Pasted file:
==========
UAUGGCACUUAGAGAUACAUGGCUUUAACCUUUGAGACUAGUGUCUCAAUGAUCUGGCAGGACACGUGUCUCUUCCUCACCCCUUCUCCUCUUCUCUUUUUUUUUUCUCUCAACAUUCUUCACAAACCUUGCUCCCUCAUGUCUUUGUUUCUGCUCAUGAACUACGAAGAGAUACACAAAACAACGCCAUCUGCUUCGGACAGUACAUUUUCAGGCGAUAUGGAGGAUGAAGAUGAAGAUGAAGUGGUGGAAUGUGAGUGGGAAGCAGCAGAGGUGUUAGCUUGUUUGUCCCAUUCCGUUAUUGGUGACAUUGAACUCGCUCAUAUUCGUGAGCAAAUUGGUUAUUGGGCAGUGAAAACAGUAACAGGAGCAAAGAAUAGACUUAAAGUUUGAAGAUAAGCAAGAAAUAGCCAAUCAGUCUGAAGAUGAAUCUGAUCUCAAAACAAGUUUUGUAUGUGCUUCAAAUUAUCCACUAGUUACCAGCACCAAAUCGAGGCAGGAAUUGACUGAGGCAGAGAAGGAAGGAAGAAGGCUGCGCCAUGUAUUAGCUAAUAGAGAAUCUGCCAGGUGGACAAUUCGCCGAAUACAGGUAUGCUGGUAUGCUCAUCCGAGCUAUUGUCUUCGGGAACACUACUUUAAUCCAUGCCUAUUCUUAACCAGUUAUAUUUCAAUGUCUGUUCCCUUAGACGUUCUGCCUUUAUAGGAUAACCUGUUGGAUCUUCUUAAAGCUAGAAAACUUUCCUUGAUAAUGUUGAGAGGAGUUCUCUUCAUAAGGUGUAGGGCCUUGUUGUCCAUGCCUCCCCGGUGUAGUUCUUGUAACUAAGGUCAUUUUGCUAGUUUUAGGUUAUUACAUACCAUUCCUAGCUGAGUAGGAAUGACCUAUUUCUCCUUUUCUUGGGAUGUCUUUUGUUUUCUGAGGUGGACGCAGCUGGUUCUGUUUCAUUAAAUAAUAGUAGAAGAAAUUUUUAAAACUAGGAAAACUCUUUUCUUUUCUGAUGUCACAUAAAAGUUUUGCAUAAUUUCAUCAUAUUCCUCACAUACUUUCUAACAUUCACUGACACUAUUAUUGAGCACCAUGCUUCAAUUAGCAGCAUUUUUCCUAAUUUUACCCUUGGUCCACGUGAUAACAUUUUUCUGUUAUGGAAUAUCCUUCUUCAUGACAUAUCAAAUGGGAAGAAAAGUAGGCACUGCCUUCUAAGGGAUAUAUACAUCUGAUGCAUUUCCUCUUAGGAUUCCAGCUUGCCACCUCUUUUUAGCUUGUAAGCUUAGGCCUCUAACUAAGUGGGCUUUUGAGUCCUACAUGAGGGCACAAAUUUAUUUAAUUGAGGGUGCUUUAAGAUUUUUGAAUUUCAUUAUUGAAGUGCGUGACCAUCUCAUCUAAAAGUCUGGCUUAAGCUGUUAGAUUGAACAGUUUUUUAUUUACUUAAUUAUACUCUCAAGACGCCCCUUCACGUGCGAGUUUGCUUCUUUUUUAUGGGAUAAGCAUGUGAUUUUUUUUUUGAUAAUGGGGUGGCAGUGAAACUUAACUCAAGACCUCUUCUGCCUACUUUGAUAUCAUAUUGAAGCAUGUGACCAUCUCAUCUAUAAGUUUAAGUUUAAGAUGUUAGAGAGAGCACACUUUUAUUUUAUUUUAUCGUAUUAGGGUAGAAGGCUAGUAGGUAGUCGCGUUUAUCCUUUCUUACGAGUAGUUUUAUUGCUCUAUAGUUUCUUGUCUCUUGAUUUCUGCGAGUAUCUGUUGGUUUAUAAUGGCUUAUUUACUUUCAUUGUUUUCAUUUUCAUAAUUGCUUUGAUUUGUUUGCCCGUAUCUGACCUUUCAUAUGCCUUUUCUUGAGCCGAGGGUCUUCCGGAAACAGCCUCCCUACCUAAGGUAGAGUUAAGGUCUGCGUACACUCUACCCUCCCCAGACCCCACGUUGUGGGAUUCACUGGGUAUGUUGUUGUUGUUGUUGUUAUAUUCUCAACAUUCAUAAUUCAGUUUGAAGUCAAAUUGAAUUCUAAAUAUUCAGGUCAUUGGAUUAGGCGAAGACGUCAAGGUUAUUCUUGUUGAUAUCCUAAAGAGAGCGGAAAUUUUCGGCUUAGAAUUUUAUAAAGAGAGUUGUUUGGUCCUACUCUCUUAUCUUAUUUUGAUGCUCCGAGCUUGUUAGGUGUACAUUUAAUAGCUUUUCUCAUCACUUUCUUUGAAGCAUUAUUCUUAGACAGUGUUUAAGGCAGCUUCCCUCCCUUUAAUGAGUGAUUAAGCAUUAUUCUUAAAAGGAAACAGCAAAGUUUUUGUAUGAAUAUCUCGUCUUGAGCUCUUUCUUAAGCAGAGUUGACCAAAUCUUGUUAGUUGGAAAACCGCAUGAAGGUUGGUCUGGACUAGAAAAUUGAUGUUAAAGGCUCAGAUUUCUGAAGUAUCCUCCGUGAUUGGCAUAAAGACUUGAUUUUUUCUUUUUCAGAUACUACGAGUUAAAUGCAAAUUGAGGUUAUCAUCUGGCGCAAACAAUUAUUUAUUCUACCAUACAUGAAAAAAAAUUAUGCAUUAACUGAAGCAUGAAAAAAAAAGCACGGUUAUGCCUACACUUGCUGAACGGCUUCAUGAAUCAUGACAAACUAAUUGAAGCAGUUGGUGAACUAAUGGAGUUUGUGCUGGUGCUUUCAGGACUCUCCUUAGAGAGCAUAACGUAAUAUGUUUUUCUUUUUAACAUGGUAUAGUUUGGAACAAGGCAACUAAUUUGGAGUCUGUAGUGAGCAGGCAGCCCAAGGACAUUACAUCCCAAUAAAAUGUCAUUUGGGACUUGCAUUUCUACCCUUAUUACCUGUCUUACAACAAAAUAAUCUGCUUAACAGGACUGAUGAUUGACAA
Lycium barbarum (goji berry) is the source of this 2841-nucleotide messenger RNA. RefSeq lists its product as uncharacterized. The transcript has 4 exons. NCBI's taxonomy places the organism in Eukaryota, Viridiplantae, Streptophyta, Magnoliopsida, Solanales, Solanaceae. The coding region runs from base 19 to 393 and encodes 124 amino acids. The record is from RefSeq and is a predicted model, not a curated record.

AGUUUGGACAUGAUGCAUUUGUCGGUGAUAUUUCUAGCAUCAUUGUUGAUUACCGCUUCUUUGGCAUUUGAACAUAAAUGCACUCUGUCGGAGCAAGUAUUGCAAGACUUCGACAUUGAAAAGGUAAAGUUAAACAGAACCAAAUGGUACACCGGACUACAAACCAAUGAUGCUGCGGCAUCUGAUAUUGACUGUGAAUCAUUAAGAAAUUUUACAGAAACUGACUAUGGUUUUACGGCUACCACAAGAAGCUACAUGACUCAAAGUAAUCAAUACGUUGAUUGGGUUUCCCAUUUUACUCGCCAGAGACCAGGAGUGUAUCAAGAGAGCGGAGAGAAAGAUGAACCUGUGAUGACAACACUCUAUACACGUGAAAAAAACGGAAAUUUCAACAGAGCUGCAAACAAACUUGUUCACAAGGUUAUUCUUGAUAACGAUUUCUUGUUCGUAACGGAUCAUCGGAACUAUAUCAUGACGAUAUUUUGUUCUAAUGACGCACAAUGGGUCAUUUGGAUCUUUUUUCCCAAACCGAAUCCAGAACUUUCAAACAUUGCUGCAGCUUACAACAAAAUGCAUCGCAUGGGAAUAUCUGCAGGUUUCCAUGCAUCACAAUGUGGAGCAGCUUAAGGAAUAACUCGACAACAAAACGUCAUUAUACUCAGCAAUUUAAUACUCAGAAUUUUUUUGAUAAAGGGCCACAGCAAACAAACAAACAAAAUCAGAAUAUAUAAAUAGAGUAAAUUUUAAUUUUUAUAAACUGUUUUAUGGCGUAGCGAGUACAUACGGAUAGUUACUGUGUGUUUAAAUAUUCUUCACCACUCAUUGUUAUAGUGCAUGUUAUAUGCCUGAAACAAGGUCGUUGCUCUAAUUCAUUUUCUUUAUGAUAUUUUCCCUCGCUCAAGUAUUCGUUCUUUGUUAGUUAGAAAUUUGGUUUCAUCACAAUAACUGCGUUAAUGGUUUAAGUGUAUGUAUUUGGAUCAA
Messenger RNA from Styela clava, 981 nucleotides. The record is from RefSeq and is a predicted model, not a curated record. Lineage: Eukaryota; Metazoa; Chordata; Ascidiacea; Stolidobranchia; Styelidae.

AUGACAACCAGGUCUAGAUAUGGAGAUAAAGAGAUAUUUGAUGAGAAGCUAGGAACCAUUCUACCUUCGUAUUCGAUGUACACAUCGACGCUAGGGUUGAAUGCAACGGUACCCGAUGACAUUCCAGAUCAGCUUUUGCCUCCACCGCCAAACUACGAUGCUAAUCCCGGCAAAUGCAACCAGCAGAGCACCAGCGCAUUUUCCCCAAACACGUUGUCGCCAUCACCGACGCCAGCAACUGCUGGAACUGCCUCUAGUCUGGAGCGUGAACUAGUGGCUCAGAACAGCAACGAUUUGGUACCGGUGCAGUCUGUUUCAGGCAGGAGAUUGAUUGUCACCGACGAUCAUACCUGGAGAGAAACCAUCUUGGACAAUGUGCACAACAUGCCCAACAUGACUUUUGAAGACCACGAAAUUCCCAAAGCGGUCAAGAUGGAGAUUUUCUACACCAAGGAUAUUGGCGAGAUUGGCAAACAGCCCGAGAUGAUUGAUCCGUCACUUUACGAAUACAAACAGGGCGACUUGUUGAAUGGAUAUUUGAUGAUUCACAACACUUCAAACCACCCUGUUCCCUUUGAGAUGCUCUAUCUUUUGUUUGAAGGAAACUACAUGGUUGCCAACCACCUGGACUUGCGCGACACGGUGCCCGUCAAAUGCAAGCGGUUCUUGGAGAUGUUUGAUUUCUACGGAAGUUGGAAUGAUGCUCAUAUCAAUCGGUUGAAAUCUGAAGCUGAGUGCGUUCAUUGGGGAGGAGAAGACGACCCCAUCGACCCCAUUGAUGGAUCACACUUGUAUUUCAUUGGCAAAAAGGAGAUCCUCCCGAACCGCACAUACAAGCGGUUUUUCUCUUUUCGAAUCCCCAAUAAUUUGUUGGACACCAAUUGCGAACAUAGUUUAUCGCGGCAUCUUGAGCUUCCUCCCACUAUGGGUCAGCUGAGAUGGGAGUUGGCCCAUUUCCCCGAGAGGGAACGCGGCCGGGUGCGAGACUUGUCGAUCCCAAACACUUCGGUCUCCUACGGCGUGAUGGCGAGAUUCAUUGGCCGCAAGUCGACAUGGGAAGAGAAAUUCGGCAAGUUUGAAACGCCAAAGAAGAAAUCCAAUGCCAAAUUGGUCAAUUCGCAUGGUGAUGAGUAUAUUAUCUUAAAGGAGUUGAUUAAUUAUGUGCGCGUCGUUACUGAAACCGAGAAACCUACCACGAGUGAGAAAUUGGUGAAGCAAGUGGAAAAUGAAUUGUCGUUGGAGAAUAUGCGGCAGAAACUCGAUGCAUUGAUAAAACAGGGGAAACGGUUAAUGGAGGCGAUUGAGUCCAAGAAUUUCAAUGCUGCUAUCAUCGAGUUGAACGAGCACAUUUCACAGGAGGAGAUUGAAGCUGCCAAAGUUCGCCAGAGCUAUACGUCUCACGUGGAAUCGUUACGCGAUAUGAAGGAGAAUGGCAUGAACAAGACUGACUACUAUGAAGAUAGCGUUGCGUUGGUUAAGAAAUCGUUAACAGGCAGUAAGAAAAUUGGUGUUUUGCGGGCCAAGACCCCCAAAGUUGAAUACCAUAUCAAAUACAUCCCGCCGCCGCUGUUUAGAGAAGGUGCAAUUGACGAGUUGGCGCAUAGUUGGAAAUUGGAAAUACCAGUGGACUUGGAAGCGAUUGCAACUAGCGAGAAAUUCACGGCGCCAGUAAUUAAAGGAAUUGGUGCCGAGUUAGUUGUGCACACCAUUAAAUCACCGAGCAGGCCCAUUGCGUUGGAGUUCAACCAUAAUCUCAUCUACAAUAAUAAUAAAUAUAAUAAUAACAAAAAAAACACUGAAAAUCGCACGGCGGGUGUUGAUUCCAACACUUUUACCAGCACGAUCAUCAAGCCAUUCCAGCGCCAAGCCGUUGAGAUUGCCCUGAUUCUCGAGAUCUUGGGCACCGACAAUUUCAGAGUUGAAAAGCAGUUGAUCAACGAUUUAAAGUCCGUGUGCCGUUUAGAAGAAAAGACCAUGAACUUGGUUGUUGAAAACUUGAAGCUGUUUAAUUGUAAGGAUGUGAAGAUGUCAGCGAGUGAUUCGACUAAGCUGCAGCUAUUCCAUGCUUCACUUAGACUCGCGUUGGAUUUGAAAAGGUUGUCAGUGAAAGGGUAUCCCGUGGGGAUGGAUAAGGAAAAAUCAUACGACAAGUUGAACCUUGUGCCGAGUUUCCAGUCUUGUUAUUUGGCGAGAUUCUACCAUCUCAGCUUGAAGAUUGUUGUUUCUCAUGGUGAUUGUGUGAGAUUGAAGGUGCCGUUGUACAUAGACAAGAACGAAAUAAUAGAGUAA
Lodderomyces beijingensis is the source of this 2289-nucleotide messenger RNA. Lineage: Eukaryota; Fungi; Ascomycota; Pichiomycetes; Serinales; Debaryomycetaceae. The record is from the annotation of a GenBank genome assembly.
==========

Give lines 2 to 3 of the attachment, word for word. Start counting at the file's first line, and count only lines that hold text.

Lycium barbarum (goji berry) is the source of this 2841-nucleotide messenger RNA. RefSeq lists its product as uncharacterized. The transcript has 4 exons. NCBI's taxonomy places the organism in Eukaryota, Viridiplantae, Streptophyta, Magnoliopsida, Solanales, Solanaceae. The coding region runs from base 19 to 393 and encodes 124 amino acids. The record is from RefSeq and is a predicted model, not a curated record.

AGUUUGGACAUGAUGCAUUUGUCGGUGAUAUUUCUAGCAUCAUUGUUGAUUACCGCUUCUUUGGCAUUUGAACAUAAAUGCACUCUGUCGGAGCAAGUAUUGCAAGACUUCGACAUUGAAAAGGUAAAGUUAAACAGAACCAAAUGGUACACCGGACUACAAACCAAUGAUGCUGCGGCAUCUGAUAUUGACUGUGAAUCAUUAAGAAAUUUUACAGAAACUGACUAUGGUUUUACGGCUACCACAAGAAGCUACAUGACUCAAAGUAAUCAAUACGUUGAUUGGGUUUCCCAUUUUACUCGCCAGAGACCAGGAGUGUAUCAAGAGAGCGGAGAGAAAGAUGAACCUGUGAUGACAACACUCUAUACACGUGAAAAAAACGGAAAUUUCAACAGAGCUGCAAACAAACUUGUUCACAAGGUUAUUCUUGAUAACGAUUUCUUGUUCGUAACGGAUCAUCGGAACUAUAUCAUGACGAUAUUUUGUUCUAAUGACGCACAAUGGGUCAUUUGGAUCUUUUUUCCCAAACCGAAUCCAGAACUUUCAAACAUUGCUGCAGCUUACAACAAAAUGCAUCGCAUGGGAAUAUCUGCAGGUUUCCAUGCAUCACAAUGUGGAGCAGCUUAAGGAAUAACUCGACAACAAAACGUCAUUAUACUCAGCAAUUUAAUACUCAGAAUUUUUUUGAUAAAGGGCCACAGCAAACAAACAAACAAAAUCAGAAUAUAUAAAUAGAGUAAAUUUUAAUUUUUAUAAACUGUUUUAUGGCGUAGCGAGUACAUACGGAUAGUUACUGUGUGUUUAAAUAUUCUUCACCACUCAUUGUUAUAGUGCAUGUUAUAUGCCUGAAACAAGGUCGUUGCUCUAAUUCAUUUUCUUUAUGAUAUUUUCCCUCGCUCAAGUAUUCGUUCUUUGUUAGUUAGAAAUUUGGUUUCAUCACAAUAACUGCGUUAAUGGUUUAAGUGUAUGUAUUUGGAUCAA